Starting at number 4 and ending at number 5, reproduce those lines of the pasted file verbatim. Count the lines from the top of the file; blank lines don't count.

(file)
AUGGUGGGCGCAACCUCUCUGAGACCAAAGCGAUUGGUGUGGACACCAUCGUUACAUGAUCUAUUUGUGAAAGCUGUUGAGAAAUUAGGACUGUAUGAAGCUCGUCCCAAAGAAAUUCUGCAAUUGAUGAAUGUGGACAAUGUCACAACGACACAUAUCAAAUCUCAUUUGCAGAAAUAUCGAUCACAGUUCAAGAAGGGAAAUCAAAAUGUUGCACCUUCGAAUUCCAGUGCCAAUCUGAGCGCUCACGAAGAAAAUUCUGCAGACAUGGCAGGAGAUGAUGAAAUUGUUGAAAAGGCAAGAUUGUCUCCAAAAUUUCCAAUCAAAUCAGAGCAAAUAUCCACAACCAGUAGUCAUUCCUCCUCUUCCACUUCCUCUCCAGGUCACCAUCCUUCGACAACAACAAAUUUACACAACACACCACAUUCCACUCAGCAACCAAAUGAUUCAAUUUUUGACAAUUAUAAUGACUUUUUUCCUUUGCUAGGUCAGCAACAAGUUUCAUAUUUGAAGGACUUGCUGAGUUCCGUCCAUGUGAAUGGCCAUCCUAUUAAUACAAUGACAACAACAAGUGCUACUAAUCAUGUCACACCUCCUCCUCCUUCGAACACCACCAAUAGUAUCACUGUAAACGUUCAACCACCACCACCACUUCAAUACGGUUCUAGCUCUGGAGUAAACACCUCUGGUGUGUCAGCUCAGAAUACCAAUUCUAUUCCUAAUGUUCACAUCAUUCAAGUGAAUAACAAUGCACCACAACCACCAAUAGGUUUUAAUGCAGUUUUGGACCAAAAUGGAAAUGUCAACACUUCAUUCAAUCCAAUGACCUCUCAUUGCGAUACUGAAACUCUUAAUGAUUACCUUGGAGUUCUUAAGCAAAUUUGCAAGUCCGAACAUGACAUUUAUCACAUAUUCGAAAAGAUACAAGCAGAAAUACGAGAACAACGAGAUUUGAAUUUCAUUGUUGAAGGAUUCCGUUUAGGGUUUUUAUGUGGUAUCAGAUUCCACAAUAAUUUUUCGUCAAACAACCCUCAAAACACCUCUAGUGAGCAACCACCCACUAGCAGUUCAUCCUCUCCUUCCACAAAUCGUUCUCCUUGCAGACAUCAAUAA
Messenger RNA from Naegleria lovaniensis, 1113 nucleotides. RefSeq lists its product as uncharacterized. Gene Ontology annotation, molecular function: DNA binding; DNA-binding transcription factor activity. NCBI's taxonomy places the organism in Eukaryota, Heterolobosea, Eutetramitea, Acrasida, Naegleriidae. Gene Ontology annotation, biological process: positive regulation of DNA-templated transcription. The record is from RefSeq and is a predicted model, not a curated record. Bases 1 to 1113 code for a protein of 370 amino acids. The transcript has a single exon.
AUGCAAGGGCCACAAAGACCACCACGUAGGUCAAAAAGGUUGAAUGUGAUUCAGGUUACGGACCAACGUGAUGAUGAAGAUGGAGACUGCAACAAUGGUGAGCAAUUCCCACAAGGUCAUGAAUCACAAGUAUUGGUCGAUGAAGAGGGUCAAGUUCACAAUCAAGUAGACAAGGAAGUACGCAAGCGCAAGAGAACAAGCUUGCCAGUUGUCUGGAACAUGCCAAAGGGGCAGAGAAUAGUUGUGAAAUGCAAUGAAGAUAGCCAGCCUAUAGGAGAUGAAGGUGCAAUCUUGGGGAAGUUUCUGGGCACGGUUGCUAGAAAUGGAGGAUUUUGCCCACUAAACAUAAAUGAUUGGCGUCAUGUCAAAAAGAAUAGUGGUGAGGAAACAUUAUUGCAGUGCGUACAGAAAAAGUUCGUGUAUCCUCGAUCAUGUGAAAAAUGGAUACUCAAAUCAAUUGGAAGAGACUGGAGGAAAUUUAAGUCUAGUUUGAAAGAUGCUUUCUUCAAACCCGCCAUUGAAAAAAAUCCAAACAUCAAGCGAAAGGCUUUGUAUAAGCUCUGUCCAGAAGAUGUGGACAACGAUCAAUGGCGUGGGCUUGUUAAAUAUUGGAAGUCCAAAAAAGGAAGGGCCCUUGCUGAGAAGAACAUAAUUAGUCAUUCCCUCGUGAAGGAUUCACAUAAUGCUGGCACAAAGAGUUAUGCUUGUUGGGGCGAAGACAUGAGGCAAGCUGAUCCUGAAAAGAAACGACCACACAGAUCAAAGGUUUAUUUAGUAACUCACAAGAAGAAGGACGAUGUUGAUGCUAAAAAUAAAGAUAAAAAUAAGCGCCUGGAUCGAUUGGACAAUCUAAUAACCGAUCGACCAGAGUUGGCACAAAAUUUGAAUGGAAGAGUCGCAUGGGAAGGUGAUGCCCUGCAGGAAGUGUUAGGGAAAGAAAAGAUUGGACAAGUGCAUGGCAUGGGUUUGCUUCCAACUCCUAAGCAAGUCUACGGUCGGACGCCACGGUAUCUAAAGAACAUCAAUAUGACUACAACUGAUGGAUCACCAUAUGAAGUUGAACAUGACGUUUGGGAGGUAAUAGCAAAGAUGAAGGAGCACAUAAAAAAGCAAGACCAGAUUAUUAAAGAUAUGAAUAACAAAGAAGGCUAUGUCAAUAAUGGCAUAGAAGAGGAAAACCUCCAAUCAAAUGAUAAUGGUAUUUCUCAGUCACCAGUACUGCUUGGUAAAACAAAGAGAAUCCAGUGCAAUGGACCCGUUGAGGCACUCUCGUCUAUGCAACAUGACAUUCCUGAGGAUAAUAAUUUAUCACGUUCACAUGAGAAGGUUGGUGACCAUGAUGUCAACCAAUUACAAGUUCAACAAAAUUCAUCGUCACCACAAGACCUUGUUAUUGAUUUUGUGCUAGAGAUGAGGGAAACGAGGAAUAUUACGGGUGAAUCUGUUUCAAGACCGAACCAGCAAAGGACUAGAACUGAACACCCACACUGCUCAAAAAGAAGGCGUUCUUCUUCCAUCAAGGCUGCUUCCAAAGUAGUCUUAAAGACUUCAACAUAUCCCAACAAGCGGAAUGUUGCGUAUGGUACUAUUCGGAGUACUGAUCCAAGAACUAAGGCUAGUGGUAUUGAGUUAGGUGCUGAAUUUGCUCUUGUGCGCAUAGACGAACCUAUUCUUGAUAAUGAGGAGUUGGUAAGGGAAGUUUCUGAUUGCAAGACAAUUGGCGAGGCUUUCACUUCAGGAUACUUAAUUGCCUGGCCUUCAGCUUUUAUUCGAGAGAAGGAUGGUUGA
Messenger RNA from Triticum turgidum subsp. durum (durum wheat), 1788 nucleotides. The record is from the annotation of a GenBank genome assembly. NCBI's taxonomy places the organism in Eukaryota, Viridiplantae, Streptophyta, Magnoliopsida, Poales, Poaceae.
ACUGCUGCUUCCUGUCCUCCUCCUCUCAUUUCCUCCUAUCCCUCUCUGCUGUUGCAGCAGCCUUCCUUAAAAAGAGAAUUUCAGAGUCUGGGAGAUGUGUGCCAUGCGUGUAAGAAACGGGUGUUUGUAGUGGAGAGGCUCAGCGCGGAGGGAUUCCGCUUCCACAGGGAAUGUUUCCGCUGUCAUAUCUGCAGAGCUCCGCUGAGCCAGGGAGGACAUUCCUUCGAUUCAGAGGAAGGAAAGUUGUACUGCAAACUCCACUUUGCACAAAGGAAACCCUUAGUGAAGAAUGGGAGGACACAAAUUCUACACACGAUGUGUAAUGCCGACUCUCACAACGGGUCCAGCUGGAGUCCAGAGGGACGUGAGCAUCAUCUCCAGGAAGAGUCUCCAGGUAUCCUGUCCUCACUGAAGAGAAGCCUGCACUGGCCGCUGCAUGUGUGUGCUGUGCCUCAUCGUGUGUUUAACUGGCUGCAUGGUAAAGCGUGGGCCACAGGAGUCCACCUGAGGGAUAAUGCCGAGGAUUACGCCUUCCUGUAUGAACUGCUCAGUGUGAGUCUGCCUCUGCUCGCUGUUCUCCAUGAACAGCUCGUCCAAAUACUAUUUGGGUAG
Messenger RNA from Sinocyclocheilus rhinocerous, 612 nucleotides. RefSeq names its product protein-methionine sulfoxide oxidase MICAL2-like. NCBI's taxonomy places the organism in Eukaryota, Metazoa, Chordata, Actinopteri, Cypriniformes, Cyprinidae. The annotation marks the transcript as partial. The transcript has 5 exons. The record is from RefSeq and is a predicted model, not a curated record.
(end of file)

Messenger RNA from Triticum turgidum subsp. durum (durum wheat), 1788 nucleotides. The record is from the annotation of a GenBank genome assembly. NCBI's taxonomy places the organism in Eukaryota, Viridiplantae, Streptophyta, Magnoliopsida, Poales, Poaceae.
ACUGCUGCUUCCUGUCCUCCUCCUCUCAUUUCCUCCUAUCCCUCUCUGCUGUUGCAGCAGCCUUCCUUAAAAAGAGAAUUUCAGAGUCUGGGAGAUGUGUGCCAUGCGUGUAAGAAACGGGUGUUUGUAGUGGAGAGGCUCAGCGCGGAGGGAUUCCGCUUCCACAGGGAAUGUUUCCGCUGUCAUAUCUGCAGAGCUCCGCUGAGCCAGGGAGGACAUUCCUUCGAUUCAGAGGAAGGAAAGUUGUACUGCAAACUCCACUUUGCACAAAGGAAACCCUUAGUGAAGAAUGGGAGGACACAAAUUCUACACACGAUGUGUAAUGCCGACUCUCACAACGGGUCCAGCUGGAGUCCAGAGGGACGUGAGCAUCAUCUCCAGGAAGAGUCUCCAGGUAUCCUGUCCUCACUGAAGAGAAGCCUGCACUGGCCGCUGCAUGUGUGUGCUGUGCCUCAUCGUGUGUUUAACUGGCUGCAUGGUAAAGCGUGGGCCACAGGAGUCCACCUGAGGGAUAAUGCCGAGGAUUACGCCUUCCUGUAUGAACUGCUCAGUGUGAGUCUGCCUCUGCUCGCUGUUCUCCAUGAACAGCUCGUCCAAAUACUAUUUGGGUAG